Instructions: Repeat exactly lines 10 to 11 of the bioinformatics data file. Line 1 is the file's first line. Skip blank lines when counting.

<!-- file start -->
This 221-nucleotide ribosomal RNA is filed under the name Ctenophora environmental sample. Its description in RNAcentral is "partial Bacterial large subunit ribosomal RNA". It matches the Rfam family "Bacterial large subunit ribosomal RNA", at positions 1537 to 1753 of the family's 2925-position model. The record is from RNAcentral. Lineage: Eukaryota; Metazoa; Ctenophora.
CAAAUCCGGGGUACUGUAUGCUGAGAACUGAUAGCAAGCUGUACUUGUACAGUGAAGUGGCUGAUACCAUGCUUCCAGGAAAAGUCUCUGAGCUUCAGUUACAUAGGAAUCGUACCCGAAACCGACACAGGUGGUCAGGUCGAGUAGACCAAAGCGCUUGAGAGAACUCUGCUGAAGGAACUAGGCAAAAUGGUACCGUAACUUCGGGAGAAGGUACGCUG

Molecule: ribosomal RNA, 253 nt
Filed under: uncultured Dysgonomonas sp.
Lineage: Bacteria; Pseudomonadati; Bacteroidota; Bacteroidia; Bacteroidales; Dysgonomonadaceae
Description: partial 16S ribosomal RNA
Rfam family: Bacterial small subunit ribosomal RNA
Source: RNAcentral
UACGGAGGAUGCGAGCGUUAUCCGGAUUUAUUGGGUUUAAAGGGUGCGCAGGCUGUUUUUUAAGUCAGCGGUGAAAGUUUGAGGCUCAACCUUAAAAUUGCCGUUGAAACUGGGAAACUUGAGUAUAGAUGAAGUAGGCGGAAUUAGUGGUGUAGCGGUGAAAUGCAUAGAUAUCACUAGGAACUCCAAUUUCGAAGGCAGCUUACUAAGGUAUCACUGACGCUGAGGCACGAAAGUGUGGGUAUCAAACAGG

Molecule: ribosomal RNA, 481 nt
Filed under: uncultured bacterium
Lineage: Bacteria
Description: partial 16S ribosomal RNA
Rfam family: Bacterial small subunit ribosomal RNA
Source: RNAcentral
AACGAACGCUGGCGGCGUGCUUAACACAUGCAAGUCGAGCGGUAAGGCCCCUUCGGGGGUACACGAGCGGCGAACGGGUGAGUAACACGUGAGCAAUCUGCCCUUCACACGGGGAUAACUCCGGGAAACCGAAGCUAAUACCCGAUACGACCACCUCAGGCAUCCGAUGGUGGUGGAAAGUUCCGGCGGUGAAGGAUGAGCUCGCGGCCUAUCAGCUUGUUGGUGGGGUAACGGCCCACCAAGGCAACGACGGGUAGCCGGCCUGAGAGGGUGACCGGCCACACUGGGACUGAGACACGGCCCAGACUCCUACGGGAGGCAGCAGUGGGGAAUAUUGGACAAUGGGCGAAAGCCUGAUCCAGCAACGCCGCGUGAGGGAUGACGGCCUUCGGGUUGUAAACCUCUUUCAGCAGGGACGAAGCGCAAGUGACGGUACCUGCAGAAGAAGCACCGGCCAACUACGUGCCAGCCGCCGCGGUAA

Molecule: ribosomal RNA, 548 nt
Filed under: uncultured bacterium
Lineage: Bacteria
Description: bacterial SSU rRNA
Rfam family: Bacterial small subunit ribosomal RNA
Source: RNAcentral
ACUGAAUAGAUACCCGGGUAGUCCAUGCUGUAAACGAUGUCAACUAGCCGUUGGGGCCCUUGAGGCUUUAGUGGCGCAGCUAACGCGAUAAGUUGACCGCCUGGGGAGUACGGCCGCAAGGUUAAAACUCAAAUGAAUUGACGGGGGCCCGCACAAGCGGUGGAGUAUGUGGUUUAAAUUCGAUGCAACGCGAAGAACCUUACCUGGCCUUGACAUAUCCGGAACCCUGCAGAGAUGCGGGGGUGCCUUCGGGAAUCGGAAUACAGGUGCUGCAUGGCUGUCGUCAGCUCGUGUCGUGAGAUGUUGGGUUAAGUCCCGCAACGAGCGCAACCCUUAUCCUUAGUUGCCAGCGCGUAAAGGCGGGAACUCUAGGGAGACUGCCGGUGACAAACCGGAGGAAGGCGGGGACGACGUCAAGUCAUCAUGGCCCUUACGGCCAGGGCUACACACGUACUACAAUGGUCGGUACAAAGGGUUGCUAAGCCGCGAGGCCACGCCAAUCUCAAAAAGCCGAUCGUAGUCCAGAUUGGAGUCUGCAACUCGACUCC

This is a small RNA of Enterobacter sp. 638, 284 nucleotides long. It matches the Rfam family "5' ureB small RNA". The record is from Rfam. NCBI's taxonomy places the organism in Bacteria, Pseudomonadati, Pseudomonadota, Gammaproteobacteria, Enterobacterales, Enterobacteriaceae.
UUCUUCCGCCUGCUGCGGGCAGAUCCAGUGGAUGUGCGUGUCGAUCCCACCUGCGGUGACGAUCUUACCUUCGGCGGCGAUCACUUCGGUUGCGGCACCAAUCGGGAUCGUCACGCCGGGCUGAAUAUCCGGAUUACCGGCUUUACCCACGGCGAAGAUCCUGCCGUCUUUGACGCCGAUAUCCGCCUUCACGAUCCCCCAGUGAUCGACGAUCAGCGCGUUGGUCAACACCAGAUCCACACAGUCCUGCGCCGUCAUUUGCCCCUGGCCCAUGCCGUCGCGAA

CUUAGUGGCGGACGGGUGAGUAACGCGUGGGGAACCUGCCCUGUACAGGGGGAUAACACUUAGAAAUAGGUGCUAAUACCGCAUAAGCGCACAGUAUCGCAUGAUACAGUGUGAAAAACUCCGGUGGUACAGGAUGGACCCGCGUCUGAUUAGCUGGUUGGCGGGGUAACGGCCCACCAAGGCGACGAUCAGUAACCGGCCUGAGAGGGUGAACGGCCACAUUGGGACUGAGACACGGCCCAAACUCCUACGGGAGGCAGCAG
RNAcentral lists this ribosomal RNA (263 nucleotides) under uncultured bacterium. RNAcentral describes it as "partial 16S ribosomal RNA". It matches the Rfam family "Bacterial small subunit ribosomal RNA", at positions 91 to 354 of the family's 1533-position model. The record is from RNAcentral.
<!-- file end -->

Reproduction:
Molecule: ribosomal RNA, 481 nt
Filed under: uncultured bacterium